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Japan's e-money service fraud widens, 5 other operators involved

This April 15, 2019 file photo shows a signboard of Japan Post Bank. (Mainichi)

TOKYO (Kyodo) -- Fraudulent e-money withdrawals in Japan have expanded to five other service operators in addition to NTT Docomo Inc., internal affairs minister Sanae Takaichi said Tuesday.

    All the five firms found improper withdrawals from accounts at Japan Post Bank Co. Among the five, Z Holdings Corp., a subsidiary of mobile phone operator SoftBank Corp., said it has found 17 cases of fraudulent money withdrawals totaling 1.41 million yen ($13,400) through its smartphone payment service PayPay.

    Tokyo-based startup Kyash Inc. was another company hit by fraudulent withdrawals, according to the bank. It declined to disclose the names of the remaining three service firms for "security reasons."

    Similar to the recent scam involving NTT Docomo, in which 26.76 million yen has been confirmed as stolen from more than 10 partnered banks including Japan Post Bank as of midnight Tuesday, third parties are believed to have created unauthorized accounts on the service before linking them to Japan Post Bank accounts to transfer funds.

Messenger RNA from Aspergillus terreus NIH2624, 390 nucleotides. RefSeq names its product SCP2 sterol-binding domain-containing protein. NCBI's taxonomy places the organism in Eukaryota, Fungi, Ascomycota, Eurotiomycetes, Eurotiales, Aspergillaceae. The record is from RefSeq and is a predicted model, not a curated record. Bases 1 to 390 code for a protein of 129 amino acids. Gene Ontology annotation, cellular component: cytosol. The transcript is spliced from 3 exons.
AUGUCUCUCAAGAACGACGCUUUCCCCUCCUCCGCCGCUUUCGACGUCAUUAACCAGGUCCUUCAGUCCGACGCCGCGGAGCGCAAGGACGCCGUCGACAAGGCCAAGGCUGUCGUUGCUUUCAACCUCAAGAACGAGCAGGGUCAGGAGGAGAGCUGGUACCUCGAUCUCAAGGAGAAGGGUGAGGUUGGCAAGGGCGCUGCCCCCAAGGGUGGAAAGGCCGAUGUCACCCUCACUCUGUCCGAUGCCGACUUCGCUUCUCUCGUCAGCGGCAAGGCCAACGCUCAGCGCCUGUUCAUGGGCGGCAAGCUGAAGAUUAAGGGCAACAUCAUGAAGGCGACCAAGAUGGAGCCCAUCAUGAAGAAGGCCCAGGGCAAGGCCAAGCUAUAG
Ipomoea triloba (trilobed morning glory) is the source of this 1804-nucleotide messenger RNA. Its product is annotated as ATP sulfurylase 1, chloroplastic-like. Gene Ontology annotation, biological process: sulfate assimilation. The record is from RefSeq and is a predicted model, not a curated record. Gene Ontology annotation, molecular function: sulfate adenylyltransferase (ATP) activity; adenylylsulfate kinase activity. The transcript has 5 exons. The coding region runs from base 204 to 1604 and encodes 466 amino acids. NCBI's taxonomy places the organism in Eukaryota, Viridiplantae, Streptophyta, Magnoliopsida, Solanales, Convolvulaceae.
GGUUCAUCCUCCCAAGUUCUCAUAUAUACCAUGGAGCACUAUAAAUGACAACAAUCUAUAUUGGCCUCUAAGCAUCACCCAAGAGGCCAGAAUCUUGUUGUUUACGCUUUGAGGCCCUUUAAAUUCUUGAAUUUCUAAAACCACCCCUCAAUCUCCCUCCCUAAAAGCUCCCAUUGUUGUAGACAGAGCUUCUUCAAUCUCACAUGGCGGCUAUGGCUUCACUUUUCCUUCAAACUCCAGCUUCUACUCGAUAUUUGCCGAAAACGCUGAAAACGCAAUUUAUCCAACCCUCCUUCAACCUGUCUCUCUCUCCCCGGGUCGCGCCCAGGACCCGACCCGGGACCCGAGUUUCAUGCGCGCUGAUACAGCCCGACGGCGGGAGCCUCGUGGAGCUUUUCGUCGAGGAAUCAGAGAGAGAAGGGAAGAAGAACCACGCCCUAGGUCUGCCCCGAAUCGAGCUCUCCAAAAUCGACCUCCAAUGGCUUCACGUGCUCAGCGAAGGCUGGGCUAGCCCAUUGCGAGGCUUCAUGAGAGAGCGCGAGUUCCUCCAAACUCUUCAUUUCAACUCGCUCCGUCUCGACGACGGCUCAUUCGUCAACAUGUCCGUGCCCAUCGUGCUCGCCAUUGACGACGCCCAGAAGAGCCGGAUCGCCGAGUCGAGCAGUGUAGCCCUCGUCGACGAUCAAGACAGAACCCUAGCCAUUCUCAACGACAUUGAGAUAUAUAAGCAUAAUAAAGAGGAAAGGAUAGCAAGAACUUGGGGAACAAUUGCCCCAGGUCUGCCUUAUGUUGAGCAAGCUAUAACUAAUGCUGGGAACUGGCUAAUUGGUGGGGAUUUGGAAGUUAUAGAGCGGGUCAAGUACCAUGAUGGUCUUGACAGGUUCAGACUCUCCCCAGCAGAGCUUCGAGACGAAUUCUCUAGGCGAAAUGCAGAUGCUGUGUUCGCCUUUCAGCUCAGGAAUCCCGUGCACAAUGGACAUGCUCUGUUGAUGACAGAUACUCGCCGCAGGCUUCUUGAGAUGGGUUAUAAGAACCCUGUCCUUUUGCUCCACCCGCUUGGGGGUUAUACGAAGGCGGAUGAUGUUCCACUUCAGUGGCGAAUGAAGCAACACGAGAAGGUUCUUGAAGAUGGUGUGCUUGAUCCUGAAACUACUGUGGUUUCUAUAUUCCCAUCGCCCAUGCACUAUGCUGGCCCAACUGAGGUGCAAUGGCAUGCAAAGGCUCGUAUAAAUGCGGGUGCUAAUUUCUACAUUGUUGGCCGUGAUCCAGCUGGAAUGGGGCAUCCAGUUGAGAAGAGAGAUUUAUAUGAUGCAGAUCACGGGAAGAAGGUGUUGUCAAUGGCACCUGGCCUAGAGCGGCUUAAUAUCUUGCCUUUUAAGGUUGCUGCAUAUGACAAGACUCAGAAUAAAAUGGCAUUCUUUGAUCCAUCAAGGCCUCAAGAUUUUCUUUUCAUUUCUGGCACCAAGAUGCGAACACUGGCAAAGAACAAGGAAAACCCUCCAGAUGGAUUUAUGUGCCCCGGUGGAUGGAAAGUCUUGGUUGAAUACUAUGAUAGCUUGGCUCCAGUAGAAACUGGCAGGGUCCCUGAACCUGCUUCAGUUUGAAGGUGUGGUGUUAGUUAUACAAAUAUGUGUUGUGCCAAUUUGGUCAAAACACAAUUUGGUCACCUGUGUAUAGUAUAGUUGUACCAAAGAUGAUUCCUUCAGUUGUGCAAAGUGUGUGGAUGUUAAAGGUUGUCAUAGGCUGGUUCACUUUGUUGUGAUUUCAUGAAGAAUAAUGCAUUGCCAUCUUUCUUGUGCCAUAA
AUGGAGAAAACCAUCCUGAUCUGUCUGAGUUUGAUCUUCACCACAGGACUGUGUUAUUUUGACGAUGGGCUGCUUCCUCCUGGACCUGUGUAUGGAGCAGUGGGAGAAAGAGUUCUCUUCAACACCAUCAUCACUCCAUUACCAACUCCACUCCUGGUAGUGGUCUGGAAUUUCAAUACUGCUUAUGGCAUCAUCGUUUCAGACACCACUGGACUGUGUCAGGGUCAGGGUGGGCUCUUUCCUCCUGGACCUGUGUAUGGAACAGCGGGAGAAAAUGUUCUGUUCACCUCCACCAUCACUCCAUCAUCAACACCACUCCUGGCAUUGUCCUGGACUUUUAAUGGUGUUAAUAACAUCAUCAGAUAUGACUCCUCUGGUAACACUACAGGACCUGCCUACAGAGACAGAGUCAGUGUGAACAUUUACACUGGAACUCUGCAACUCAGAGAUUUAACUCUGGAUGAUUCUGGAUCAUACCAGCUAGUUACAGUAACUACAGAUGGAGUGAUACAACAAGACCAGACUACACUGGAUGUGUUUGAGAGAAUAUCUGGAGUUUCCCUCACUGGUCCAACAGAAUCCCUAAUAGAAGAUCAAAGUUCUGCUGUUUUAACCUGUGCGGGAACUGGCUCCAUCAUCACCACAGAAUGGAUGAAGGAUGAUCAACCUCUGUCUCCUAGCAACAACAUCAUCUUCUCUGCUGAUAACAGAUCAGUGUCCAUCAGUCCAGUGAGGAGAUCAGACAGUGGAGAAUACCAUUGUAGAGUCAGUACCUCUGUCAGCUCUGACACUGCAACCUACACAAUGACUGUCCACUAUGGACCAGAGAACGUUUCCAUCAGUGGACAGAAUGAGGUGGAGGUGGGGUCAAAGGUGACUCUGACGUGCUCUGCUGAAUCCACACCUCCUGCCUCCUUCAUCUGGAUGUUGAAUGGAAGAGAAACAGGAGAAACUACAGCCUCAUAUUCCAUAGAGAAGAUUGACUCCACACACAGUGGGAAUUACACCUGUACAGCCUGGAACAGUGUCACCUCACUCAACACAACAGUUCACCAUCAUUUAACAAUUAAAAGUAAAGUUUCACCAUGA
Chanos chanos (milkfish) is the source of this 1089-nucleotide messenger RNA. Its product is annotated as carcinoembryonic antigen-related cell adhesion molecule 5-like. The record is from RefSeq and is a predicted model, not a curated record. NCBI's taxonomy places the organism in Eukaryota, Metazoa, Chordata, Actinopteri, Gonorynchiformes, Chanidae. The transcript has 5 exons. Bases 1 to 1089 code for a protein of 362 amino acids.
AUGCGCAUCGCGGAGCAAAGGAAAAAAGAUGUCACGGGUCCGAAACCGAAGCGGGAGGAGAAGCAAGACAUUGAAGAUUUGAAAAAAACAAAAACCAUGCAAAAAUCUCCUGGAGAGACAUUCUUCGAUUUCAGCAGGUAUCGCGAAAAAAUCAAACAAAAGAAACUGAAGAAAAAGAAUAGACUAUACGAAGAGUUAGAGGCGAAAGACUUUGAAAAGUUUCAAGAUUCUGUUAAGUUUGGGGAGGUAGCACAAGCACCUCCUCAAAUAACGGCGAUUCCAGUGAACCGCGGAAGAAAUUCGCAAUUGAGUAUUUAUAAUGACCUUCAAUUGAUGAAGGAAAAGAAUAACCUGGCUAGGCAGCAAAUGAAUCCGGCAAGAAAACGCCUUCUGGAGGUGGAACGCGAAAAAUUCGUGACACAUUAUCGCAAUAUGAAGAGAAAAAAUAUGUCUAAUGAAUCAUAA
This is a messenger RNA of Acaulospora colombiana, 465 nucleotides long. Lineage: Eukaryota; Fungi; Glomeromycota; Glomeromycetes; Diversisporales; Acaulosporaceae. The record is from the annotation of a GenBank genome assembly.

Japan Post Bank said Tuesday it would suspend new registrations and fund transfers on eight e-money services which have not implemented multiple identification checks, such as a one-time password, to prevent spoofing.

    In addition to PayPay, the services are Line Pay, Paypal, Wellnet, Rakuten Edy, Billing System, Merpay and You-Me Card.

    At a press conference, Takaichi also urged Japan Post Bank users to check their accounts for any unfamiliar withdrawals.

    NTT Docomo and the five companies used what is known as an "instant transfer service" to link their payment apps to savings accounts held in the bank.

    The Financial Services Agency said Tuesday it has begun questioning all 77 online fund transfer service operators registered as of the end of August to confirm occurrences of any suspicious activity or fraudulent withdrawals.

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